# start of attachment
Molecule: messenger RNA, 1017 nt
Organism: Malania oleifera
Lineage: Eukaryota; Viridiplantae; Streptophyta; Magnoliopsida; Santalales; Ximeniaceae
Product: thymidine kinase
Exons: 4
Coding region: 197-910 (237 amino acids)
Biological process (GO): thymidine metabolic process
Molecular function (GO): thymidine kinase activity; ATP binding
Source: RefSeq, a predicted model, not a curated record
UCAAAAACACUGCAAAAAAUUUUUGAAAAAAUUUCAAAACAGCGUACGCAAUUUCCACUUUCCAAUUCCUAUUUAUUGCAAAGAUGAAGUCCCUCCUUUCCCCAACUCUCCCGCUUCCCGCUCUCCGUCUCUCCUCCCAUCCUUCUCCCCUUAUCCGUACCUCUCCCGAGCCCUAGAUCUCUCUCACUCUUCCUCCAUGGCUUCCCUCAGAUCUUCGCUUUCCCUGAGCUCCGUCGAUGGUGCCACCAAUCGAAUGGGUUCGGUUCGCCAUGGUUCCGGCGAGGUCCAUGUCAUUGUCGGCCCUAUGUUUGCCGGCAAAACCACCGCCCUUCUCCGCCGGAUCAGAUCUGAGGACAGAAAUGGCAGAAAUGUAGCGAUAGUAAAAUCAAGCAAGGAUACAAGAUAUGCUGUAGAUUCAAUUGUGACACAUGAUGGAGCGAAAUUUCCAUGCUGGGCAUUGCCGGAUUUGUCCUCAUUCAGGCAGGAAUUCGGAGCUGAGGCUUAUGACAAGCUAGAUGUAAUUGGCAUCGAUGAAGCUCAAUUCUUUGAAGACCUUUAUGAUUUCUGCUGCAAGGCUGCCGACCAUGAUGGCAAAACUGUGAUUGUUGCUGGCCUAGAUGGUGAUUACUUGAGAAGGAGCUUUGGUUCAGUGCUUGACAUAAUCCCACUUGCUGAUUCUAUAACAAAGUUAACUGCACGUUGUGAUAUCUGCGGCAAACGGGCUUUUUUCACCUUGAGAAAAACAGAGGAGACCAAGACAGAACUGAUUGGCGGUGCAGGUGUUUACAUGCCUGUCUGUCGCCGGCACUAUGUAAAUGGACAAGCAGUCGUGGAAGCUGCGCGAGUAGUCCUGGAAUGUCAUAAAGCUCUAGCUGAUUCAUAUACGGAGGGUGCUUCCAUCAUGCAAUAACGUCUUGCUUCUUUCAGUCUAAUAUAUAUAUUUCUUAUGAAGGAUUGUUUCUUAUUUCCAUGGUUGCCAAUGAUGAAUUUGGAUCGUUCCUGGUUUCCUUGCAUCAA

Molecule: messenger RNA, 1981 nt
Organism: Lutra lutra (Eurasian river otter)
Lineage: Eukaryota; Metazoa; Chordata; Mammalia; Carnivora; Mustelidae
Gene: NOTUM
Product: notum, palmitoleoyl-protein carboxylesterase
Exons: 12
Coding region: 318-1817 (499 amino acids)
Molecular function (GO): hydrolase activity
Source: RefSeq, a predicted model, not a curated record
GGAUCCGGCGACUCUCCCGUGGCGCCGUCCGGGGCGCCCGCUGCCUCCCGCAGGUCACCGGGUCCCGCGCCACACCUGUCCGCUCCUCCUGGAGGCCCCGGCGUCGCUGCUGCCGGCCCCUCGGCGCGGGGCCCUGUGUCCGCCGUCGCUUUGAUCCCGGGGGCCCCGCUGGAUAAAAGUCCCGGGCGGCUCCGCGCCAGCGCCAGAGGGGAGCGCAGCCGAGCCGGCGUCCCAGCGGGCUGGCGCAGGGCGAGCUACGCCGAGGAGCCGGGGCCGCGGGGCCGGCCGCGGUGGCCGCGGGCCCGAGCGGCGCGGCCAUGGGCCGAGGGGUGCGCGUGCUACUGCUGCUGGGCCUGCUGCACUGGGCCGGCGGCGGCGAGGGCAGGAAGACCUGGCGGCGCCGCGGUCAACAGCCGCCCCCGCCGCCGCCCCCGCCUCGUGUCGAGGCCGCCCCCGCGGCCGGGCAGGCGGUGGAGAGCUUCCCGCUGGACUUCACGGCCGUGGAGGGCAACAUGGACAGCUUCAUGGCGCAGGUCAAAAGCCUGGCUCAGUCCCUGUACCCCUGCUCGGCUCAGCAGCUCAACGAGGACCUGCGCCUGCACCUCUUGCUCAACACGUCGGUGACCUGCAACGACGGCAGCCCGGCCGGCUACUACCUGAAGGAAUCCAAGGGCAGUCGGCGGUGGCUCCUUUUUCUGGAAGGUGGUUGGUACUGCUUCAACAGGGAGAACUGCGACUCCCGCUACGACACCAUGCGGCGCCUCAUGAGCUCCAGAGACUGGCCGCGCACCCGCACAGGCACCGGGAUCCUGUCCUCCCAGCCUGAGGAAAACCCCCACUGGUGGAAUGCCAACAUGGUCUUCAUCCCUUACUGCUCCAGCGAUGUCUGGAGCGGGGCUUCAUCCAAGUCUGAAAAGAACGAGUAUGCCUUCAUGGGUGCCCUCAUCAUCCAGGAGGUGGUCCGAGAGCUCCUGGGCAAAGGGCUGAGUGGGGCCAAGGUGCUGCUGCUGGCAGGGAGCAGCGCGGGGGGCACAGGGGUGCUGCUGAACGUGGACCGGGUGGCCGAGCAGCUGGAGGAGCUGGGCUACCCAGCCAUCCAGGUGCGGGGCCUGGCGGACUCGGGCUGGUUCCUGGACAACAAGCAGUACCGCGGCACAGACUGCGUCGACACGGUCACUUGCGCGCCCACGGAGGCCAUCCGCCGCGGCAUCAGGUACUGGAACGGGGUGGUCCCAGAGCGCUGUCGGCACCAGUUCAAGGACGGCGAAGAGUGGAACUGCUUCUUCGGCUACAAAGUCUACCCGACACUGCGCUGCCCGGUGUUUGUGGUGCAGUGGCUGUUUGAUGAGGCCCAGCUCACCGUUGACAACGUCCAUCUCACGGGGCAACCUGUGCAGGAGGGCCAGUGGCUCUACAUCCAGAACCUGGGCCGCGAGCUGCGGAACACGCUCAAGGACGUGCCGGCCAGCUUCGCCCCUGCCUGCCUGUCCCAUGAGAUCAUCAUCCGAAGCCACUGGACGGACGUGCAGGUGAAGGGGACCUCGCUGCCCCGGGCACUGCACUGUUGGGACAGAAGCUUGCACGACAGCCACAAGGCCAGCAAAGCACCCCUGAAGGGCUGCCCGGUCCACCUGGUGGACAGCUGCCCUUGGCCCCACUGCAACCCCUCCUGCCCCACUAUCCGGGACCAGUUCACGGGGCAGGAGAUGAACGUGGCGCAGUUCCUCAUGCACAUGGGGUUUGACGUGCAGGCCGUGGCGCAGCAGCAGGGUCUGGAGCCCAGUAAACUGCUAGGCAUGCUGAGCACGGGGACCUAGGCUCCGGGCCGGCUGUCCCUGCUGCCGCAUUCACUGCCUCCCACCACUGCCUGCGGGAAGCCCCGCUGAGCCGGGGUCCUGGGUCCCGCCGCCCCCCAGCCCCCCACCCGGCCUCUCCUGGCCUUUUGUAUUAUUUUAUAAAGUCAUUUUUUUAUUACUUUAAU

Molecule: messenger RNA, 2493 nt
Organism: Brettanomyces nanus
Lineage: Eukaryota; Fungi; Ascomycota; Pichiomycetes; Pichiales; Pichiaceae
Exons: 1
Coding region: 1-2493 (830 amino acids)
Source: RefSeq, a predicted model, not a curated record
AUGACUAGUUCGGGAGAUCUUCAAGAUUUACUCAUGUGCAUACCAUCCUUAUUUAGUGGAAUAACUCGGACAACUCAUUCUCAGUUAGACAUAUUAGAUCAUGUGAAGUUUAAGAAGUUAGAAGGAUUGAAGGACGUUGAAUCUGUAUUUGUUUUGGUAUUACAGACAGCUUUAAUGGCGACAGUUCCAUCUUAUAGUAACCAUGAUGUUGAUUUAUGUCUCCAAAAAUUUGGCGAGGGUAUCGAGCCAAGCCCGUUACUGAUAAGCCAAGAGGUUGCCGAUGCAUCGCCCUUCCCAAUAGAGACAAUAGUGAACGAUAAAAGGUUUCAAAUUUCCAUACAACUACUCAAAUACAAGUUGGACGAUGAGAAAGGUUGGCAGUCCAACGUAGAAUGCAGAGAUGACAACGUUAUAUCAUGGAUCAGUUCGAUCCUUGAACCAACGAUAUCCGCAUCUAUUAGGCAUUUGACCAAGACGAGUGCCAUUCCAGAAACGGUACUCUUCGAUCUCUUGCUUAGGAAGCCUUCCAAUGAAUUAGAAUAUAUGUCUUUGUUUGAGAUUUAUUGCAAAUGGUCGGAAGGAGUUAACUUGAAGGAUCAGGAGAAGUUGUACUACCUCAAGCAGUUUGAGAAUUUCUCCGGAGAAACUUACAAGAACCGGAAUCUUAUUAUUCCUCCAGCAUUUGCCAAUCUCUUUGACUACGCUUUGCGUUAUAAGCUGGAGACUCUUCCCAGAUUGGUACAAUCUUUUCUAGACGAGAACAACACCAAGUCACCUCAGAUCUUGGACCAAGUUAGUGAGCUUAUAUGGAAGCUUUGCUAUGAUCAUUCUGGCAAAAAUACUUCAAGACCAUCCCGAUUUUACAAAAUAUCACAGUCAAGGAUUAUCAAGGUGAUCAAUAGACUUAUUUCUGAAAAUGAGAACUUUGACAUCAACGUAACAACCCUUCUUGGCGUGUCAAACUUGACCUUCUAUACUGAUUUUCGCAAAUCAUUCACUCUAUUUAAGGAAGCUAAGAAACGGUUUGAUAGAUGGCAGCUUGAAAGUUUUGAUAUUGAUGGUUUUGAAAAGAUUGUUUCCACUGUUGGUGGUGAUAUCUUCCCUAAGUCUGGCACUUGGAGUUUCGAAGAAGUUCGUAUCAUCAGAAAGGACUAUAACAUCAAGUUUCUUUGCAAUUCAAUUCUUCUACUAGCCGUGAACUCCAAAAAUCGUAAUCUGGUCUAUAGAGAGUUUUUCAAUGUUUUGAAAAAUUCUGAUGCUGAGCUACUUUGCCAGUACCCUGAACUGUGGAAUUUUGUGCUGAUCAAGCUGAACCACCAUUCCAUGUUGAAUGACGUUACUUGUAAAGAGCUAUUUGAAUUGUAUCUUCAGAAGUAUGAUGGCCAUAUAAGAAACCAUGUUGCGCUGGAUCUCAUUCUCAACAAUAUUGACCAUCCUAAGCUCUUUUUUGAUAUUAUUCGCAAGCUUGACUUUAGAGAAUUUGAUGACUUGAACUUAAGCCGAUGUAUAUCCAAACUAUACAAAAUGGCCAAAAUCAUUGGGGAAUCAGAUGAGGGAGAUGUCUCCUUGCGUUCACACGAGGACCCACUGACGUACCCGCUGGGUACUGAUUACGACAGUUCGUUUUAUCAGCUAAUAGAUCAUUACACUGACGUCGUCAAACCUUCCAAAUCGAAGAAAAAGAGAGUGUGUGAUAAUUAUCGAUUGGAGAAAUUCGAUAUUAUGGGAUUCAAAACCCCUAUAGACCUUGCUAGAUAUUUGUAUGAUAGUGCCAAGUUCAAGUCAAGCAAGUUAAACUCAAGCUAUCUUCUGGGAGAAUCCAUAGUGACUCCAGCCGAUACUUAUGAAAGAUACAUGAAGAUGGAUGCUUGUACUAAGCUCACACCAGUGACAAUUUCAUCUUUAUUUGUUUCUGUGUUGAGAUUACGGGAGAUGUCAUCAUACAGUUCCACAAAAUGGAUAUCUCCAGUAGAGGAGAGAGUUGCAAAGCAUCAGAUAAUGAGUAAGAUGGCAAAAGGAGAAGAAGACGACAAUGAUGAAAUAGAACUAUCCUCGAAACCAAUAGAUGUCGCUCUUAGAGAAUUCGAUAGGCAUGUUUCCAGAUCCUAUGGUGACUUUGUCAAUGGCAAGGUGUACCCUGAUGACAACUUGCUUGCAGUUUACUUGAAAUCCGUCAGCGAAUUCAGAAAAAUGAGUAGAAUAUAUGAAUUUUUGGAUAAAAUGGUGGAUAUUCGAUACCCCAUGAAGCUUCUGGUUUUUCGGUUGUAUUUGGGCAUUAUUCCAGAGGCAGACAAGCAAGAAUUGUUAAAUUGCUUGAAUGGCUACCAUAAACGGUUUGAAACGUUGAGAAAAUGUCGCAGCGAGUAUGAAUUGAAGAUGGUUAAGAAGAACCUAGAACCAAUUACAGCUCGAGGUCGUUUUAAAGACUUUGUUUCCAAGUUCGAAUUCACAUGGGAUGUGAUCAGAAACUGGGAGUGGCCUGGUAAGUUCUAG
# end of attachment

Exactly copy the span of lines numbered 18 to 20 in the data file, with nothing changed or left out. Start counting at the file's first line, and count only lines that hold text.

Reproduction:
Molecular function (GO): hydrolase activity
Source: RefSeq, a predicted model, not a curated record
GGAUCCGGCGACUCUCCCGUGGCGCCGUCCGGGGCGCCCGCUGCCUCCCGCAGGUCACCGGGUCCCGCGCCACACCUGUCCGCUCCUCCUGGAGGCCCCGGCGUCGCUGCUGCCGGCCCCUCGGCGCGGGGCCCUGUGUCCGCCGUCGCUUUGAUCCCGGGGGCCCCGCUGGAUAAAAGUCCCGGGCGGCUCCGCGCCAGCGCCAGAGGGGAGCGCAGCCGAGCCGGCGUCCCAGCGGGCUGGCGCAGGGCGAGCUACGCCGAGGAGCCGGGGCCGCGGGGCCGGCCGCGGUGGCCGCGGGCCCGAGCGGCGCGGCCAUGGGCCGAGGGGUGCGCGUGCUACUGCUGCUGGGCCUGCUGCACUGGGCCGGCGGCGGCGAGGGCAGGAAGACCUGGCGGCGCCGCGGUCAACAGCCGCCCCCGCCGCCGCCCCCGCCUCGUGUCGAGGCCGCCCCCGCGGCCGGGCAGGCGGUGGAGAGCUUCCCGCUGGACUUCACGGCCGUGGAGGGCAACAUGGACAGCUUCAUGGCGCAGGUCAAAAGCCUGGCUCAGUCCCUGUACCCCUGCUCGGCUCAGCAGCUCAACGAGGACCUGCGCCUGCACCUCUUGCUCAACACGUCGGUGACCUGCAACGACGGCAGCCCGGCCGGCUACUACCUGAAGGAAUCCAAGGGCAGUCGGCGGUGGCUCCUUUUUCUGGAAGGUGGUUGGUACUGCUUCAACAGGGAGAACUGCGACUCCCGCUACGACACCAUGCGGCGCCUCAUGAGCUCCAGAGACUGGCCGCGCACCCGCACAGGCACCGGGAUCCUGUCCUCCCAGCCUGAGGAAAACCCCCACUGGUGGAAUGCCAACAUGGUCUUCAUCCCUUACUGCUCCAGCGAUGUCUGGAGCGGGGCUUCAUCCAAGUCUGAAAAGAACGAGUAUGCCUUCAUGGGUGCCCUCAUCAUCCAGGAGGUGGUCCGAGAGCUCCUGGGCAAAGGGCUGAGUGGGGCCAAGGUGCUGCUGCUGGCAGGGAGCAGCGCGGGGGGCACAGGGGUGCUGCUGAACGUGGACCGGGUGGCCGAGCAGCUGGAGGAGCUGGGCUACCCAGCCAUCCAGGUGCGGGGCCUGGCGGACUCGGGCUGGUUCCUGGACAACAAGCAGUACCGCGGCACAGACUGCGUCGACACGGUCACUUGCGCGCCCACGGAGGCCAUCCGCCGCGGCAUCAGGUACUGGAACGGGGUGGUCCCAGAGCGCUGUCGGCACCAGUUCAAGGACGGCGAAGAGUGGAACUGCUUCUUCGGCUACAAAGUCUACCCGACACUGCGCUGCCCGGUGUUUGUGGUGCAGUGGCUGUUUGAUGAGGCCCAGCUCACCGUUGACAACGUCCAUCUCACGGGGCAACCUGUGCAGGAGGGCCAGUGGCUCUACAUCCAGAACCUGGGCCGCGAGCUGCGGAACACGCUCAAGGACGUGCCGGCCAGCUUCGCCCCUGCCUGCCUGUCCCAUGAGAUCAUCAUCCGAAGCCACUGGACGGACGUGCAGGUGAAGGGGACCUCGCUGCCCCGGGCACUGCACUGUUGGGACAGAAGCUUGCACGACAGCCACAAGGCCAGCAAAGCACCCCUGAAGGGCUGCCCGGUCCACCUGGUGGACAGCUGCCCUUGGCCCCACUGCAACCCCUCCUGCCCCACUAUCCGGGACCAGUUCACGGGGCAGGAGAUGAACGUGGCGCAGUUCCUCAUGCACAUGGGGUUUGACGUGCAGGCCGUGGCGCAGCAGCAGGGUCUGGAGCCCAGUAAACUGCUAGGCAUGCUGAGCACGGGGACCUAGGCUCCGGGCCGGCUGUCCCUGCUGCCGCAUUCACUGCCUCCCACCACUGCCUGCGGGAAGCCCCGCUGAGCCGGGGUCCUGGGUCCCGCCGCCCCCCAGCCCCCCACCCGGCCUCUCCUGGCCUUUUGUAUUAUUUUAUAAAGUCAUUUUUUUAUUACUUUAAU